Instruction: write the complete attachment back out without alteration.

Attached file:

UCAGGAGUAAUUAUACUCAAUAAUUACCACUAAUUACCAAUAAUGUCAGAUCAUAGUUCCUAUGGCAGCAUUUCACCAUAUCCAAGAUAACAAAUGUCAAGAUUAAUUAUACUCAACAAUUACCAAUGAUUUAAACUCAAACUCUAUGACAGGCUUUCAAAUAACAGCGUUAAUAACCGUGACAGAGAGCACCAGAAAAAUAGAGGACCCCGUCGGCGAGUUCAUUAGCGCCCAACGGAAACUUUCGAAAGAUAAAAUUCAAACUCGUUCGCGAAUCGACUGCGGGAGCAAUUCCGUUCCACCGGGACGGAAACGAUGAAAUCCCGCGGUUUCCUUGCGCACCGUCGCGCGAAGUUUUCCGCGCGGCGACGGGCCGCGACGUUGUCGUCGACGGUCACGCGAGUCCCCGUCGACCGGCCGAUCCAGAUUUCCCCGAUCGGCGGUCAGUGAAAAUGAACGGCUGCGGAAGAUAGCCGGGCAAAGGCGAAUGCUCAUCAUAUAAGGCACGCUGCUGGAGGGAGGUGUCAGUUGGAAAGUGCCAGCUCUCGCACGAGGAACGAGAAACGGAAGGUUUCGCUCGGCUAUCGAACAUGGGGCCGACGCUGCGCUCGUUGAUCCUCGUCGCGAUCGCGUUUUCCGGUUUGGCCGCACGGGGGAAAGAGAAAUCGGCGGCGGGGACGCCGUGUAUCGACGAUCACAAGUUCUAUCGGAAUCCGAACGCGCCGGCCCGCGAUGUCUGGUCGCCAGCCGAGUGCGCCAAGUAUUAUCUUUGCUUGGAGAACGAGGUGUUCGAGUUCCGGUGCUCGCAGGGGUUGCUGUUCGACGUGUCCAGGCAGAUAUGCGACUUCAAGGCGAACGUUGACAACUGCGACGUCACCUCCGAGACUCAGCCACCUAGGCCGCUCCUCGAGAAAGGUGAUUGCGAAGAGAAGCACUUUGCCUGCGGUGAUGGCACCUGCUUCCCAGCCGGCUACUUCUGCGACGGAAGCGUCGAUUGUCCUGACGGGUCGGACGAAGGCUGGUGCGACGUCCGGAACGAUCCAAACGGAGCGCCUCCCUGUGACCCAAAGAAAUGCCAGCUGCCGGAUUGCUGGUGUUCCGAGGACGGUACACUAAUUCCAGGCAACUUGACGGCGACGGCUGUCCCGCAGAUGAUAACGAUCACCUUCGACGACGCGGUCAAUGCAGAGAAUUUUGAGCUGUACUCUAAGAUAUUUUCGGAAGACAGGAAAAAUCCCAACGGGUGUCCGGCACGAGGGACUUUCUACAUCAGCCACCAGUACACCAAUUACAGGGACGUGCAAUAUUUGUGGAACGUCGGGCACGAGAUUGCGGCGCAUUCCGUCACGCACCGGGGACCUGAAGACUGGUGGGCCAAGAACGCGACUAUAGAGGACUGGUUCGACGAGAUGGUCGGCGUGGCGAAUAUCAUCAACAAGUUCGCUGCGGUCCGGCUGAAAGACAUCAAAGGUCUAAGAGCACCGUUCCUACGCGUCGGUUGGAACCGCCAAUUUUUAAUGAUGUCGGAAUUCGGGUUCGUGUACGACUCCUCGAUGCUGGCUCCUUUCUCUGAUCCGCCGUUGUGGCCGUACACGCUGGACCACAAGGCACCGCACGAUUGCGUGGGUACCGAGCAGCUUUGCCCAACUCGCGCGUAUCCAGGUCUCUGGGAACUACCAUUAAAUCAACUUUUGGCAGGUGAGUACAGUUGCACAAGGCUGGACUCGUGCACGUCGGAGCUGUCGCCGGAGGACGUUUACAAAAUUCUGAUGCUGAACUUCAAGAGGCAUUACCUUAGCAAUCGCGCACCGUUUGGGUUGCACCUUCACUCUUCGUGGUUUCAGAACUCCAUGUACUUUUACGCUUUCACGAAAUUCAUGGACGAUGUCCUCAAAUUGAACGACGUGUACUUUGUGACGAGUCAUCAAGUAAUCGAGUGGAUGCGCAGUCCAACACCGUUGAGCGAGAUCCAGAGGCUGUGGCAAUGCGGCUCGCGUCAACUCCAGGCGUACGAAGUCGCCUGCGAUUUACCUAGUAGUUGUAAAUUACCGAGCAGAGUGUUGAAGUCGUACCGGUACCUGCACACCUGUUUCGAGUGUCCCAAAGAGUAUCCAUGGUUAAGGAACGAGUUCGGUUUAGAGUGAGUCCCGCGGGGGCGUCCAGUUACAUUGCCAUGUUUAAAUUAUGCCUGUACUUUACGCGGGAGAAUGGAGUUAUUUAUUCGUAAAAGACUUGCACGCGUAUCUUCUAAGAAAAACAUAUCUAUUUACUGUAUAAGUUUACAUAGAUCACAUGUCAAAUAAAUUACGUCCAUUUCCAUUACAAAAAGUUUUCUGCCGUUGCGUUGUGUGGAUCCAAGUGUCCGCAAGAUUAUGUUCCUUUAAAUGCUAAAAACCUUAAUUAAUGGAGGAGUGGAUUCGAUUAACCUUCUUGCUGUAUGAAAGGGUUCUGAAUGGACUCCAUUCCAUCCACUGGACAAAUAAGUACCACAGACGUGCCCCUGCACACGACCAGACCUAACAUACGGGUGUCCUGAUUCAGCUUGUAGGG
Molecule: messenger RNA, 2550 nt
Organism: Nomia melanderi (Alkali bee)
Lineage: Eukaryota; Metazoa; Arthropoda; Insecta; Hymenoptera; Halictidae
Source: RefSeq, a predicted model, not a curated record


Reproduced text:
UCAGGAGUAAUUAUACUCAAUAAUUACCACUAAUUACCAAUAAUGUCAGAUCAUAGUUCCUAUGGCAGCAUUUCACCAUAUCCAAGAUAACAAAUGUCAAGAUUAAUUAUACUCAACAAUUACCAAUGAUUUAAACUCAAACUCUAUGACAGGCUUUCAAAUAACAGCGUUAAUAACCGUGACAGAGAGCACCAGAAAAAUAGAGGACCCCGUCGGCGAGUUCAUUAGCGCCCAACGGAAACUUUCGAAAGAUAAAAUUCAAACUCGUUCGCGAAUCGACUGCGGGAGCAAUUCCGUUCCACCGGGACGGAAACGAUGAAAUCCCGCGGUUUCCUUGCGCACCGUCGCGCGAAGUUUUCCGCGCGGCGACGGGCCGCGACGUUGUCGUCGACGGUCACGCGAGUCCCCGUCGACCGGCCGAUCCAGAUUUCCCCGAUCGGCGGUCAGUGAAAAUGAACGGCUGCGGAAGAUAGCCGGGCAAAGGCGAAUGCUCAUCAUAUAAGGCACGCUGCUGGAGGGAGGUGUCAGUUGGAAAGUGCCAGCUCUCGCACGAGGAACGAGAAACGGAAGGUUUCGCUCGGCUAUCGAACAUGGGGCCGACGCUGCGCUCGUUGAUCCUCGUCGCGAUCGCGUUUUCCGGUUUGGCCGCACGGGGGAAAGAGAAAUCGGCGGCGGGGACGCCGUGUAUCGACGAUCACAAGUUCUAUCGGAAUCCGAACGCGCCGGCCCGCGAUGUCUGGUCGCCAGCCGAGUGCGCCAAGUAUUAUCUUUGCUUGGAGAACGAGGUGUUCGAGUUCCGGUGCUCGCAGGGGUUGCUGUUCGACGUGUCCAGGCAGAUAUGCGACUUCAAGGCGAACGUUGACAACUGCGACGUCACCUCCGAGACUCAGCCACCUAGGCCGCUCCUCGAGAAAGGUGAUUGCGAAGAGAAGCACUUUGCCUGCGGUGAUGGCACCUGCUUCCCAGCCGGCUACUUCUGCGACGGAAGCGUCGAUUGUCCUGACGGGUCGGACGAAGGCUGGUGCGACGUCCGGAACGAUCCAAACGGAGCGCCUCCCUGUGACCCAAAGAAAUGCCAGCUGCCGGAUUGCUGGUGUUCCGAGGACGGUACACUAAUUCCAGGCAACUUGACGGCGACGGCUGUCCCGCAGAUGAUAACGAUCACCUUCGACGACGCGGUCAAUGCAGAGAAUUUUGAGCUGUACUCUAAGAUAUUUUCGGAAGACAGGAAAAAUCCCAACGGGUGUCCGGCACGAGGGACUUUCUACAUCAGCCACCAGUACACCAAUUACAGGGACGUGCAAUAUUUGUGGAACGUCGGGCACGAGAUUGCGGCGCAUUCCGUCACGCACCGGGGACCUGAAGACUGGUGGGCCAAGAACGCGACUAUAGAGGACUGGUUCGACGAGAUGGUCGGCGUGGCGAAUAUCAUCAACAAGUUCGCUGCGGUCCGGCUGAAAGACAUCAAAGGUCUAAGAGCACCGUUCCUACGCGUCGGUUGGAACCGCCAAUUUUUAAUGAUGUCGGAAUUCGGGUUCGUGUACGACUCCUCGAUGCUGGCUCCUUUCUCUGAUCCGCCGUUGUGGCCGUACACGCUGGACCACAAGGCACCGCACGAUUGCGUGGGUACCGAGCAGCUUUGCCCAACUCGCGCGUAUCCAGGUCUCUGGGAACUACCAUUAAAUCAACUUUUGGCAGGUGAGUACAGUUGCACAAGGCUGGACUCGUGCACGUCGGAGCUGUCGCCGGAGGACGUUUACAAAAUUCUGAUGCUGAACUUCAAGAGGCAUUACCUUAGCAAUCGCGCACCGUUUGGGUUGCACCUUCACUCUUCGUGGUUUCAGAACUCCAUGUACUUUUACGCUUUCACGAAAUUCAUGGACGAUGUCCUCAAAUUGAACGACGUGUACUUUGUGACGAGUCAUCAAGUAAUCGAGUGGAUGCGCAGUCCAACACCGUUGAGCGAGAUCCAGAGGCUGUGGCAAUGCGGCUCGCGUCAACUCCAGGCGUACGAAGUCGCCUGCGAUUUACCUAGUAGUUGUAAAUUACCGAGCAGAGUGUUGAAGUCGUACCGGUACCUGCACACCUGUUUCGAGUGUCCCAAAGAGUAUCCAUGGUUAAGGAACGAGUUCGGUUUAGAGUGAGUCCCGCGGGGGCGUCCAGUUACAUUGCCAUGUUUAAAUUAUGCCUGUACUUUACGCGGGAGAAUGGAGUUAUUUAUUCGUAAAAGACUUGCACGCGUAUCUUCUAAGAAAAACAUAUCUAUUUACUGUAUAAGUUUACAUAGAUCACAUGUCAAAUAAAUUACGUCCAUUUCCAUUACAAAAAGUUUUCUGCCGUUGCGUUGUGUGGAUCCAAGUGUCCGCAAGAUUAUGUUCCUUUAAAUGCUAAAAACCUUAAUUAAUGGAGGAGUGGAUUCGAUUAACCUUCUUGCUGUAUGAAAGGGUUCUGAAUGGACUCCAUUCCAUCCACUGGACAAAUAAGUACCACAGACGUGCCCCUGCACACGACCAGACCUAACAUACGGGUGUCCUGAUUCAGCUUGUAGGG
Molecule: messenger RNA, 2550 nt
Organism: Nomia melanderi (Alkali bee)
Lineage: Eukaryota; Metazoa; Arthropoda; Insecta; Hymenoptera; Halictidae
Source: RefSeq, a predicted model, not a curated record